Wednesday, March 22, 2006

The Velvet Revolution

It was 1989 and for several weeks, thousands upon thousands

gathered between Mustek and the Muzeum.

The wide boulevard, lined with department stores and hotels,

would become known around the world.

Wenceslas Square

would be packed by a half a million souls,

who no longer would allow the occupation of 40 years to continue.

Vaclev Havel, a playwright, would lead them.

It would be called the Velvet Revolution.

Here is the story from Wikipedia

The "Velvet Revolution" (Czech: sametová revoluce, Slovak: nežná revolúcia) (November 16December 29, 1989) refers to a bloodless revolution in Czechoslovakia that saw the overthrow of the communist government there.

On November 17, 1989, a peaceful student demonstration in Prague was severely beaten back by the riot police. That event sparked a set of popular demonstrations from November 19 to late December.

By November 20 the number of peaceful protesters assembled in Prague had swelled from 200,000 the day before to an estimated half-million. A general two-hour strike, involving all citizens of Czechoslovakia, was held on November 27.

With other communist regimes falling all around it, and with growing street protests, the Communist Party of Czechoslovakia announced on November 28 they would give up their monopoly on political power. Barbed wire was removed from the border with West Germany and Austria in early December.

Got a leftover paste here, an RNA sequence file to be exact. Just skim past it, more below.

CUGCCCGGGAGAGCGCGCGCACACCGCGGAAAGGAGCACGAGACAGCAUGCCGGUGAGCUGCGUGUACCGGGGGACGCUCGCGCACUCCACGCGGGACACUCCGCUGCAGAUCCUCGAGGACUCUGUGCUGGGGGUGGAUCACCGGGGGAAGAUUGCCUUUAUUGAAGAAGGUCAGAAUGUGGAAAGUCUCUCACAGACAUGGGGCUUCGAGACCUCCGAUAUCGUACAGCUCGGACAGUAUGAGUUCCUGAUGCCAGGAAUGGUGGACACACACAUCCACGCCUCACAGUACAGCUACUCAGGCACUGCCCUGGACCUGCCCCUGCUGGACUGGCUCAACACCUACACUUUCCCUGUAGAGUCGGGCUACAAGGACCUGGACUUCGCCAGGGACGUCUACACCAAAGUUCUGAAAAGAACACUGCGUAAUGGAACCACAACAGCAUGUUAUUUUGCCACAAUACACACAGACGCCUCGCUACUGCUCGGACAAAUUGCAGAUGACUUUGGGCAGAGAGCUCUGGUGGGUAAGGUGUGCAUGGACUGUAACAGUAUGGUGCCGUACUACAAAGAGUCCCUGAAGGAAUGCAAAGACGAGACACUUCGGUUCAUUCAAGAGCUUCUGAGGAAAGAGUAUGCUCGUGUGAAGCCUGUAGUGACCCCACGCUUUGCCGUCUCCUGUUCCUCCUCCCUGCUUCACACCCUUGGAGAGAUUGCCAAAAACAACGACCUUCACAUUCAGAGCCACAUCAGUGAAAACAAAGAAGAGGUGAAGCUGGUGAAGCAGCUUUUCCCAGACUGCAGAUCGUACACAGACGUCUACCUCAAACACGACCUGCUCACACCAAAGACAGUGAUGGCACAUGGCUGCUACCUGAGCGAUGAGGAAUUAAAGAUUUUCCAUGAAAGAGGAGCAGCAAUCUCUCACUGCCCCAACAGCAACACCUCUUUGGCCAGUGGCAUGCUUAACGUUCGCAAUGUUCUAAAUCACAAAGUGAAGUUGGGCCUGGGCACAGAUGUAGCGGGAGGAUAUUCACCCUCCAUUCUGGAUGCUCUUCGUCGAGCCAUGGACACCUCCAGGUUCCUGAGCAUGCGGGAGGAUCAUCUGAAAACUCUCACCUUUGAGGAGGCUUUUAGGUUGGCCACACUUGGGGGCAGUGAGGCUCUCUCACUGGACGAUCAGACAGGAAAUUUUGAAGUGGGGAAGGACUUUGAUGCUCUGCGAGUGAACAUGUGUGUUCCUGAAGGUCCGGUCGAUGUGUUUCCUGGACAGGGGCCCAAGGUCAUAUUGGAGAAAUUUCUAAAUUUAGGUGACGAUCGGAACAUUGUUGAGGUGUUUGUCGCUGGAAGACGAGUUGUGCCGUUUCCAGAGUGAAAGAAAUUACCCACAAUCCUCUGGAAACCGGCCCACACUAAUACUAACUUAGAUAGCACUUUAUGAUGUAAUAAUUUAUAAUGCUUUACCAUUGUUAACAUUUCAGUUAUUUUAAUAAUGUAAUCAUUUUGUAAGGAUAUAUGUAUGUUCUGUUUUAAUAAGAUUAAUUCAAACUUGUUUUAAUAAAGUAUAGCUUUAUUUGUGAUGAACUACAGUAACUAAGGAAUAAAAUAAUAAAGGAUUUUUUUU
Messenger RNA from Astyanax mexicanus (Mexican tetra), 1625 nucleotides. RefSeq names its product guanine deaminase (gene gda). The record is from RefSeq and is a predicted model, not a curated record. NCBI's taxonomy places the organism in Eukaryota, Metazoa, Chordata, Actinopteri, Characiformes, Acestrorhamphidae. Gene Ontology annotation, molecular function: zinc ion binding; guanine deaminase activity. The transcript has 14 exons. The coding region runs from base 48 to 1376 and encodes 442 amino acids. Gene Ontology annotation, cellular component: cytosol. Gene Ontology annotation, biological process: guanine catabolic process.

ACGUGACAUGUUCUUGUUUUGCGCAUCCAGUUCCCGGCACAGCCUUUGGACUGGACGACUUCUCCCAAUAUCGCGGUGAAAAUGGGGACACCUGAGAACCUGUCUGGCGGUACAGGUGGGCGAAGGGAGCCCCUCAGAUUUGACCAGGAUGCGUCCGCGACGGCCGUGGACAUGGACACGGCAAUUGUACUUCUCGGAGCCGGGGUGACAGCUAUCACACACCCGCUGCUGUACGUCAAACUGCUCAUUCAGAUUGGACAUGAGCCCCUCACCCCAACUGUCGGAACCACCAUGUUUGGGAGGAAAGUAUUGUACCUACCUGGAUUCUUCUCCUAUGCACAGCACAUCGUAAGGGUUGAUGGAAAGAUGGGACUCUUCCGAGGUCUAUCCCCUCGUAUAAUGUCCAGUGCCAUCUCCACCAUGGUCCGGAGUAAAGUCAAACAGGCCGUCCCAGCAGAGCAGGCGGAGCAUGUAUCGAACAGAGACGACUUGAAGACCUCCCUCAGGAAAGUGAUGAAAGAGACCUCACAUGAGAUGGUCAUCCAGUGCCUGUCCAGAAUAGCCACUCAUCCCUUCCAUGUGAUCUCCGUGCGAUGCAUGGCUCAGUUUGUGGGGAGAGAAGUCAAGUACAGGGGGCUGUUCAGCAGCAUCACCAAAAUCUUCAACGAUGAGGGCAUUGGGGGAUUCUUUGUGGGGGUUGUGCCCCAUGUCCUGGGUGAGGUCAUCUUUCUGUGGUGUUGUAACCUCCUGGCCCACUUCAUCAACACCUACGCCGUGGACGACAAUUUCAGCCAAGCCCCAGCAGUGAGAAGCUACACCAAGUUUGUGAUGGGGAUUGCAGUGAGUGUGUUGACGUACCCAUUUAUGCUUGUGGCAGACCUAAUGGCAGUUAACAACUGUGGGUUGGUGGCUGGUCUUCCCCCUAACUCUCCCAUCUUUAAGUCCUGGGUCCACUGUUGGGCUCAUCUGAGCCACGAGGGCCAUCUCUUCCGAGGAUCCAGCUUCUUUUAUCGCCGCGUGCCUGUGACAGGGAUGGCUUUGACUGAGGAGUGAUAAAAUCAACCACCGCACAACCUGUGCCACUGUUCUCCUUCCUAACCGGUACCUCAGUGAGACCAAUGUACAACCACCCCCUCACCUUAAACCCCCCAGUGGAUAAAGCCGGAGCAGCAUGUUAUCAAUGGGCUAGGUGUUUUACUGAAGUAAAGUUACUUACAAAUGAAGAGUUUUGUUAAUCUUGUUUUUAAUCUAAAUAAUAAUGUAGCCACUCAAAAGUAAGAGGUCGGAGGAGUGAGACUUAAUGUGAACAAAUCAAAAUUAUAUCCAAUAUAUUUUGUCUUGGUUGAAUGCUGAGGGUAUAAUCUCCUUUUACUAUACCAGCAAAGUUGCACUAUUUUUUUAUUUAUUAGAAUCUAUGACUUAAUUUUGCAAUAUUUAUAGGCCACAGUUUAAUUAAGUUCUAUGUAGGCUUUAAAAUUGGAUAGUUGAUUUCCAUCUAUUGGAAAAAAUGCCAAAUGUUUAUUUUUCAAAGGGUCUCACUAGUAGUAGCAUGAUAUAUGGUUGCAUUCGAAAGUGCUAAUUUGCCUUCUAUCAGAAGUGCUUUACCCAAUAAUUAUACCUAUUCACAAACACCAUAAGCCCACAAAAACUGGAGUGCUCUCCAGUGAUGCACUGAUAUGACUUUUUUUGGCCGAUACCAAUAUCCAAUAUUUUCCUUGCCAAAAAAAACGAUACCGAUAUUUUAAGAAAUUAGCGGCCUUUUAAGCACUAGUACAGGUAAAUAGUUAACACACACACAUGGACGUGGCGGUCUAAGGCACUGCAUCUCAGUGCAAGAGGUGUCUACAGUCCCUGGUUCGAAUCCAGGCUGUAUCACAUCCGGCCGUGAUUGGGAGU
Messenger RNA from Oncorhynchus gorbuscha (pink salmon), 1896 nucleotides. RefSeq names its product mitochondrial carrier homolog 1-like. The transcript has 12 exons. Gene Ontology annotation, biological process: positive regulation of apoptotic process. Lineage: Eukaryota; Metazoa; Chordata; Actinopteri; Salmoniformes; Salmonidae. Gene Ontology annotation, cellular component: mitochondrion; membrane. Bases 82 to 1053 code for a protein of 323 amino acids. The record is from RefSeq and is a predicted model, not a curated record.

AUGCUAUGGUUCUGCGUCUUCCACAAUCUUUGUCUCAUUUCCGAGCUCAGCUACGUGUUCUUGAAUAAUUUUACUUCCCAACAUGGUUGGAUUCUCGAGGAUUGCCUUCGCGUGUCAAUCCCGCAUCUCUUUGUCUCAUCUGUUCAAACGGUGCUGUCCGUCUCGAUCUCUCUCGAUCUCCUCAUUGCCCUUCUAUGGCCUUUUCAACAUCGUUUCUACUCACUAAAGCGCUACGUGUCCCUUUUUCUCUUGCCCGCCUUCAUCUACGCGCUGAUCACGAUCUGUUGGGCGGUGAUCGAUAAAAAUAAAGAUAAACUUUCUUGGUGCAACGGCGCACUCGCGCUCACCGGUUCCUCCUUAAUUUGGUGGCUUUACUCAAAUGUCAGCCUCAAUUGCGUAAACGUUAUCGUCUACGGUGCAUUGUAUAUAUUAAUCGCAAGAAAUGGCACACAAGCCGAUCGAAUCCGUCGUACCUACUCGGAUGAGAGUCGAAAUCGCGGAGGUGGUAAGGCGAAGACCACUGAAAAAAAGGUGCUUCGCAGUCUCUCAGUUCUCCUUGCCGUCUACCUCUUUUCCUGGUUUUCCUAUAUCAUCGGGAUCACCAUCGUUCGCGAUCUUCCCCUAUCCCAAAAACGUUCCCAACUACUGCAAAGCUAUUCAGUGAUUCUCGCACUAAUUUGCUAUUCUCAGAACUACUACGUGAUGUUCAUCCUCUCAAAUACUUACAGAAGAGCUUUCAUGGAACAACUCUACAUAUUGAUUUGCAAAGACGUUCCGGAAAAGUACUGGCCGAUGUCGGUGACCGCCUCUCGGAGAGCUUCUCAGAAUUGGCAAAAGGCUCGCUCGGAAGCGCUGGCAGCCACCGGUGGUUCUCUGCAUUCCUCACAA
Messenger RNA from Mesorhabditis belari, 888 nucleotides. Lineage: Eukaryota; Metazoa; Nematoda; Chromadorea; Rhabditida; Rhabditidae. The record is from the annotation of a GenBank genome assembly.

On December 10, the Communist President Gustáv Husák appointed the first largely non-communist government in Czechoslovakia since 1948, and resigned. Alexander Dubček was elected speaker of the federal parliament on December 28 and Václav Havel the President of Czechoslovakia on December 29 1989.

As one of the results of the Velvet Revolution, the first democratic elections since 1946 were held in June, 1990, and brought the first completely non-communist government to Czechoslovakia in over forty years"

Today there is no Czechslovakia, it is now the Czech Republic.

But as I walked through this famous square on this sunny afternoon,

I imagined the energy that occured here not two decades ago.

In these few short years,

a few KFC's and more than a few Yellow Arches have found root,

but the character of the city is virtually untouched.

Praha is a gem.

When we arrived,

We stamped our passports, picked up our bags,

and walked out on to the street to catch our cab.

There was no police state waiting to go through our things,

ask us why we are here, where we will stay,

and who we will see.

Perhaps the Velvet Revolution sent it somewhere else,

Where the people there are ruled with fear.

Perhaps they too will someday pack their squares,

and hold democratic elections,

and elect a playwright president.


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Anonymous Anonymous said...

Glad to see you're having fun. Neal has a great Havel story.

11:20 AM  
Blogger respectisthehub said...

Somewhere there is a social formula, I am sure, that will allow us to pack fewer squares for evil and more squares for good. Glad to hear y'all are having a good time.

11:06 PM  
Anonymous Anonymous said...

WoW! We have a website to bring about a Velvet Revolution here in America!

3:02 PM  

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